LORETTO - History will view Alli Williams as one of the best women's basketball players ever at St. Francis, and that's saying plenty given the program's enormous success over the past 20 years.
The Bishop Guilfoyle product enters her senior season with a stat-stuffing resume of 1,359 points, 826 rebounds, one triple-double and one NCAA Tournament appearance. She will be the focal point of every opponent as the Red Flash try to make it back to the big dance, which is Williams' only goal.
"It's all or nothing now. It's refuse to lose," Williams said. "This is my last year, and I just refuse to accept anything less than getting an NEC championship. I have one, but one's not good enough."
Mirror photo by J.D. Cavrich
Red Flash women’s head coach Joe Haigh is happy to have Alli?Williams in the lineup again this year.
For Williams, merely being good has never been good enough.
"She decided she wanted to be great instead of good," St. Francis coach Joe Haigh said.
In the process, Williams has proved a lot of people wrong by her success at St. Francis.
Even though she helped lead BG to three PIAA state titles, skeptics believed Williams would probably only be a role player at the Division I level.
Williams knew that some were doubting her, which only motivated her more.
"It definitely did because people were always questioning the validity of our state championships," she said. "We were Single-A, people said, 'Oh, it's not as good, it doesn't really matter,' and that kind of trickles down to if I was good enough to play college basketball. It was insulting."
It didn't take long for Williams to prove she could handle Division I as she averaged 8.6 points and 6.2 rebounds as a freshman in 2010-11.
"I got here freshman year, and I kind of realized I could do some really great things here at St. Francis," Williams said. "That really fueled me to work that much harder."
What really helped her go from good to great was the dedication and determination to get herself in better shape all-around. It's taboo in sports - and society in general - to talk about women and their weight, but the bottom line for Williams is that she knew she needed to transform her body, and she's done just that over the past two years.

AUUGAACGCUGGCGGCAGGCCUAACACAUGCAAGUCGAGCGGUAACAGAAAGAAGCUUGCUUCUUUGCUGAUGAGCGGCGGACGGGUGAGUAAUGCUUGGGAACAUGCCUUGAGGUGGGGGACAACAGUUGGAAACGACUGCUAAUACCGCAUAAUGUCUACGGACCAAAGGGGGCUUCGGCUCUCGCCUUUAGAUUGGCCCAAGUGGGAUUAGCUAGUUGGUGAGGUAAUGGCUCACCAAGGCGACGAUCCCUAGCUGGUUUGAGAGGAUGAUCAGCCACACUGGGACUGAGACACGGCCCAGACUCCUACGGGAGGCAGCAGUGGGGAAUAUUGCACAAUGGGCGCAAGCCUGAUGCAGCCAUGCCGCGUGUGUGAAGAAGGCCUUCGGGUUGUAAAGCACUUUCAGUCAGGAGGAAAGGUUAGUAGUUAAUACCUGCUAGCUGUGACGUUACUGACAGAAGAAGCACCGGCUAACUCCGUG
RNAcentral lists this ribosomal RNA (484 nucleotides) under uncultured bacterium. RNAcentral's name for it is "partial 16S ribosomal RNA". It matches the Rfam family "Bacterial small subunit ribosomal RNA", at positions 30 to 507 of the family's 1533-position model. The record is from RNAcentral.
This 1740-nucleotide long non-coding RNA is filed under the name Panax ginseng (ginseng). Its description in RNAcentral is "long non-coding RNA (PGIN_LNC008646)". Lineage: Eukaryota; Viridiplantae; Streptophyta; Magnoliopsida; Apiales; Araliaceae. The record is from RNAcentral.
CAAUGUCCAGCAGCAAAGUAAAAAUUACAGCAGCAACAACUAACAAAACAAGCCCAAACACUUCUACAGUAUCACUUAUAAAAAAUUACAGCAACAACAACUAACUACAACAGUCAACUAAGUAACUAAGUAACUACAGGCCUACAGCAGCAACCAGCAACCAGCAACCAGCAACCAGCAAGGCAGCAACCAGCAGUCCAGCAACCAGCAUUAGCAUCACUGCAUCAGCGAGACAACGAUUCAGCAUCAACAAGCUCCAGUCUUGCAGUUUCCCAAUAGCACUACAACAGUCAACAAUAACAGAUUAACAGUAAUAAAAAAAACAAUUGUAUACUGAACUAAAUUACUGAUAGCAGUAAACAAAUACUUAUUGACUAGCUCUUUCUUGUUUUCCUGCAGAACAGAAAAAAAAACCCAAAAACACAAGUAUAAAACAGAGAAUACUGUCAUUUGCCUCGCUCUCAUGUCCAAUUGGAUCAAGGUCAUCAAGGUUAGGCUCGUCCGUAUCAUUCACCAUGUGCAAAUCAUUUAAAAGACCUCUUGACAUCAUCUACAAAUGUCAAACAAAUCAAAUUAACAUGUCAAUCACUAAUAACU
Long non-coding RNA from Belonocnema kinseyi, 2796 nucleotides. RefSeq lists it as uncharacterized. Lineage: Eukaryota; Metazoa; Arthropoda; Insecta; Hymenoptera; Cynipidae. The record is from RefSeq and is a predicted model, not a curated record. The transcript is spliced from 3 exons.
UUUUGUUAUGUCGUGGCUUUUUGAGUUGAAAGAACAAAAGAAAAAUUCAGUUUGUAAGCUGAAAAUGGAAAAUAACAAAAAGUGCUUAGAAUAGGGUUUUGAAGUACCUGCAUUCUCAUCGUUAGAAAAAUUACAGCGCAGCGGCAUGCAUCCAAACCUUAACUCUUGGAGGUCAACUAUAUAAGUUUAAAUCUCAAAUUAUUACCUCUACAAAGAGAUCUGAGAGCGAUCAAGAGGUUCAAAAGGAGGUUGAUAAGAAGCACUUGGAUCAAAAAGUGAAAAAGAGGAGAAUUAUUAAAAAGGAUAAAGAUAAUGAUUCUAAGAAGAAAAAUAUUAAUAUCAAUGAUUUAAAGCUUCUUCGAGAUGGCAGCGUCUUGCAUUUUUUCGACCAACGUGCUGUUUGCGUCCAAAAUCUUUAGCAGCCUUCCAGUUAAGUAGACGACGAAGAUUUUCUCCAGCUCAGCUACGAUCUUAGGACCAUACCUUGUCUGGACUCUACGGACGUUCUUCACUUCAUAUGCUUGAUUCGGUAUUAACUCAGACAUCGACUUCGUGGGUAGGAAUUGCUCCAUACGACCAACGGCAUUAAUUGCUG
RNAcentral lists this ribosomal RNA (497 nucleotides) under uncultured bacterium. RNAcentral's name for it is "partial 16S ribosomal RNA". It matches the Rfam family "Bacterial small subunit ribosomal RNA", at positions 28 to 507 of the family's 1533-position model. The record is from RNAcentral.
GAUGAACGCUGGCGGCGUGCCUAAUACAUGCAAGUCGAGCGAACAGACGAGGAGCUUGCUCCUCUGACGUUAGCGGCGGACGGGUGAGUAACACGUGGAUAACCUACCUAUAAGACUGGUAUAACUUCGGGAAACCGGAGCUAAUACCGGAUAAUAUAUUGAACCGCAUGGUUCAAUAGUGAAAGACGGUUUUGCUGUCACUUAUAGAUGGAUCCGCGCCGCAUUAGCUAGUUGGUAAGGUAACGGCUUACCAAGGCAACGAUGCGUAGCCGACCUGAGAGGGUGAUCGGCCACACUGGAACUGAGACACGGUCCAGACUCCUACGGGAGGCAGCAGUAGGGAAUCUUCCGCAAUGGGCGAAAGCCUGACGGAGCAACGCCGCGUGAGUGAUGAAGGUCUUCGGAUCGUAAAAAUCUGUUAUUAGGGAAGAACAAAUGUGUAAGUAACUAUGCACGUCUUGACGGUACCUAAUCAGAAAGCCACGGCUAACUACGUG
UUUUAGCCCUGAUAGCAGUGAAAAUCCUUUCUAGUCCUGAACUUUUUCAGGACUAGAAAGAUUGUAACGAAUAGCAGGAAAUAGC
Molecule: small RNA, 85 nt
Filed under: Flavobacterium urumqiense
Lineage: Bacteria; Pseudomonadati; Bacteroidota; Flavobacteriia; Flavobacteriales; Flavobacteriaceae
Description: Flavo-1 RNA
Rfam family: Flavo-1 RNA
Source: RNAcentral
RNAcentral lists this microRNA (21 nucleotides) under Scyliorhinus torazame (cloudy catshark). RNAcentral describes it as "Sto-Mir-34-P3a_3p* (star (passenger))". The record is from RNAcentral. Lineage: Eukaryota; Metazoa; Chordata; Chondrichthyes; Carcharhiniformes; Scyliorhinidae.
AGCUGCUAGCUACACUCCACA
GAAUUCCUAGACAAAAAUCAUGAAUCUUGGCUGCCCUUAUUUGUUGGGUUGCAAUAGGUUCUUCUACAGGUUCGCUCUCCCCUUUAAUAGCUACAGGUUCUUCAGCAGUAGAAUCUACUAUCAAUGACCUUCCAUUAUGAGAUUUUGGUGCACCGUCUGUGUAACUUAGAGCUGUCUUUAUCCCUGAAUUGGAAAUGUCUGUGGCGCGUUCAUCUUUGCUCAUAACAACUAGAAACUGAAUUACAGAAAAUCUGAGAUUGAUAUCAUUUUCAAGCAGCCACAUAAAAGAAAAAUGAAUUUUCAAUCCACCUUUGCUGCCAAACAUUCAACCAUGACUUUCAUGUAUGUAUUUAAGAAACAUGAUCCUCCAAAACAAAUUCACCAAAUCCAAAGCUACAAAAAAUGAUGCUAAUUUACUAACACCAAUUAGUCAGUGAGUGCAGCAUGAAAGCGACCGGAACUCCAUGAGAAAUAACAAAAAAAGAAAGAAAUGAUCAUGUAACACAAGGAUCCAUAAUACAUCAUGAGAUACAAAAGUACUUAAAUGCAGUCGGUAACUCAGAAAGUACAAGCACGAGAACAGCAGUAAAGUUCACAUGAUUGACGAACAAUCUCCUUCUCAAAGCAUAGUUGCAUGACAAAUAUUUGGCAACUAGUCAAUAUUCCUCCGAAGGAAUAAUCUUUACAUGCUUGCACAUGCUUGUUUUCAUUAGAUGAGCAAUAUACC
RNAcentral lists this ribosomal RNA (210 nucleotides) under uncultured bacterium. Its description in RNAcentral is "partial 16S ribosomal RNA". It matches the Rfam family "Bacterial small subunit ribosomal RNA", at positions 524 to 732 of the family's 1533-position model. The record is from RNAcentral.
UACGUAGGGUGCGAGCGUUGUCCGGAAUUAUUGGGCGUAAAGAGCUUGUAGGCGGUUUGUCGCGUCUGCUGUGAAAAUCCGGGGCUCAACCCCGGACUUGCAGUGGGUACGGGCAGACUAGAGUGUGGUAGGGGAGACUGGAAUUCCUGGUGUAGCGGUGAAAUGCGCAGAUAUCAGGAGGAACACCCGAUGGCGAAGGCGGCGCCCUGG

"You can't run up and down the floor, you can't play 40 minutes the shape I was in freshman year," Williams said.
"I played about 20 minutes [per game] my freshman year, and I wasn't in the best of shape," she added. "So I figured I'd better lose some weight, I'd better get myself ready because I've got to play 40 minutes if I want to make a real impact. No one ever told me I had to lose weight. I just woke up right at the end of freshman year and went on a diet, and I really haven't looked back."
Williams nearly doubled her point production as a sophomore, averaging 16.9 points, and improved substantially on the boards as well, averaging 8.8. She had a triple-double in late February of that year, with 18 points, 15 rebounds and 12 steals.
Last year, Williams scored 17.0 points per game and grabbed 10.7 rebounds. She also showed her versatility by tying for fourth in the country with 3.61 steals per game, a huge number for a forward as she was one of only two non-guards in the top 20.
"When she came in, she was talented athletically and played hard," Haigh said. "But I think she would admit that she wasn't the most skilled basketball player out there. She did a lot of the things she did in high school based on athletic ability."
When she realized it took more to succeed in college, Williams made sure she put it in all the long hours and dedication to improve "across the board," as Haigh said.
"She put a ton of time in, she worked on her shooting, worked on ball handling, her left hand," the coach said.
Now Williams is a much more complete player than when she arrived at St. Francis. She was first-team all-Northeast Conference last year and likely will be again this season, and with a huge year, she could finish her career with 2,000 points and 1,200 rebounds.
As impressive as she is on the court, the occupational therapy major is, as Haigh said, "the model of what you would want a student-athlete to be."
"Alli is great and deserves all the accolades this year. I loved coaching her," said former SFU coach and current Providence coach Susan Robinson-Fruchtl, who recruited Williams.
St. Francis was picked to finish fourth in the NEC by the league's coaches, so getting back to the NCAA Tournament will be a big challenge. Haigh has a game plan designed to get up and down the floor and shoot quickly - the goal is about every 10 seconds - and part of the reason he likes that style is because it fits Williams' game.
"We get her on the move rather than running plays for her where a defense can scout the play and try and shut a play down," the coach said. "We'll get her in transition a ton."
As the ultimate compliment to her skills, Haigh said he plans to use Williams "like the Miami Heat use LeBron James." So clearly the entire offense will have to go through her.
"She's going to have the whole defense keyed on her, and that can be very frustrating," Haigh said. "Early in her career that was a little tough on her when you go to try and do something on the basketball court and you have three defenders on you.
"Her steps this year will be dealing with frustration when teams are keying on her, being stronger, improving the mental toughness and not getting down when things aren't going right."